Dealing with 'Dread to Treat' Patients Requires Seeing the Person, Not the Addiction

LAS VEGAS—One of the most difficult “dread to treat” populations is patients with substance use disorders. Yet, if providers cannot learn to see the person who exists under his or her illness—and addiction is a primary, chronic illness—they will not be able to provide effective care, nor will they ever be able to help such patients with their pain completely.

That was the message of this highly interactive session, presented by Heidi Allespach, PhD, and Bernd Wollschlaeger, MD, FAAFP, FASAM, MRO, of the Department of Family Medicine & Community Health at the University of Miami Miller School of Medicine, Miami, Florida at PAINWeek 2014.

The presenters, both of whom specialize in treating patients with alcohol or drug addiction, helped clinicians differentiate between patients who present with “real” pain versus addiction or drug-seeking behavior, noting that patients may experience both emotional as well as physical pain because of their addiction.

They began by asking, “How do your addicted patients make you feel?” Attendees were encouraged to think about their own past experiences with addiction; for example, with family, friends, colleagues, or even themselves. They were then asked, “How might your feelings and past experiences affect the treatment you provide to these patients?” For example, do they label them, whether consciously or not, as “Dread to Treat, Heartsink, Frequent Flyers, Thick Chart, GOMERS, or others”?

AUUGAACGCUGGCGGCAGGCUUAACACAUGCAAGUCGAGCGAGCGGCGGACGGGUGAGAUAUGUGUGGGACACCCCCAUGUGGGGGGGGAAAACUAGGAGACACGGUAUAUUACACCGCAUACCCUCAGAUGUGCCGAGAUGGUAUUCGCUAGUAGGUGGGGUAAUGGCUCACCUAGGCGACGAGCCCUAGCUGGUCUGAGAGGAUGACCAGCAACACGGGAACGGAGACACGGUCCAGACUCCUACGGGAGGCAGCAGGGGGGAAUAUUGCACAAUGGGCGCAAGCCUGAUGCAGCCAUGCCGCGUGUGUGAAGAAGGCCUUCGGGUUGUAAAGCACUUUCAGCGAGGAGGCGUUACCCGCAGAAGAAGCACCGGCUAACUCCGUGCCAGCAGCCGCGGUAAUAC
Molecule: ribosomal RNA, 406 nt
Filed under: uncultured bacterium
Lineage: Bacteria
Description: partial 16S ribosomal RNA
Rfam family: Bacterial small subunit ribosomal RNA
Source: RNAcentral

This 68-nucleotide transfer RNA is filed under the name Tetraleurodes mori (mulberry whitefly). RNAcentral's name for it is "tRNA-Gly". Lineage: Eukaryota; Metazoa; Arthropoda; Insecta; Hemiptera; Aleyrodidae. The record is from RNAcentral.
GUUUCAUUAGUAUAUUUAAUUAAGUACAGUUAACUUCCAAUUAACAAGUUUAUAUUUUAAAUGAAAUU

This can be a very draining population, and clinicians may feel inadequate, frustrated, hopeless, and angry, they pointed out. Unless the clinician can develop an understanding of what addiction is and how best to interact with patients who have this disease, they will find these relationships very troublesome. Unfortunately, in pain management, addictive behaviors and drug seeking are very common; yet, most clinicians get very little, if any, training in how to work effectively with what can be an extremely difficult population.

During the session, providers learned how to care for themselves when dealing with patients with substance abuse disorders, including how and when to set appropriate boundaries. One example: enforcing medication agreements at a level of comfort for the provider in terms of prescribing and/or patient care.

Drs. Allespach and Wollschlaeger concluded with three points to remember:
  1. Chances are, your addicted patient is judging himself or herself much more harshly than anyone else ever could. Use empathy and support to create a safe place for your patient to discuss their struggles, while also maintaining clear boundaries to avoid being manipulated by the active alcoholic/addict.
  2. You can act as a catalyst for assisting with change, but it is ultimately the patient who must stop drinking/using. Do not take personal responsibility for your patient's success or failures in cessation of substance use. Don't ‘personalize!!!
  3. Take care of yourself! Seek support if you find yourself often angry, frustrated, disgusted, anxious, or even apathetic when seeing patients who are alcoholic/addicts. Be aware of how your past experiences contribute to your current thoughts and, in turn, your feelings. Remember…never give up hope. Even though these are some of the most difficult patients you will see, you can make a huge difference in their lives!
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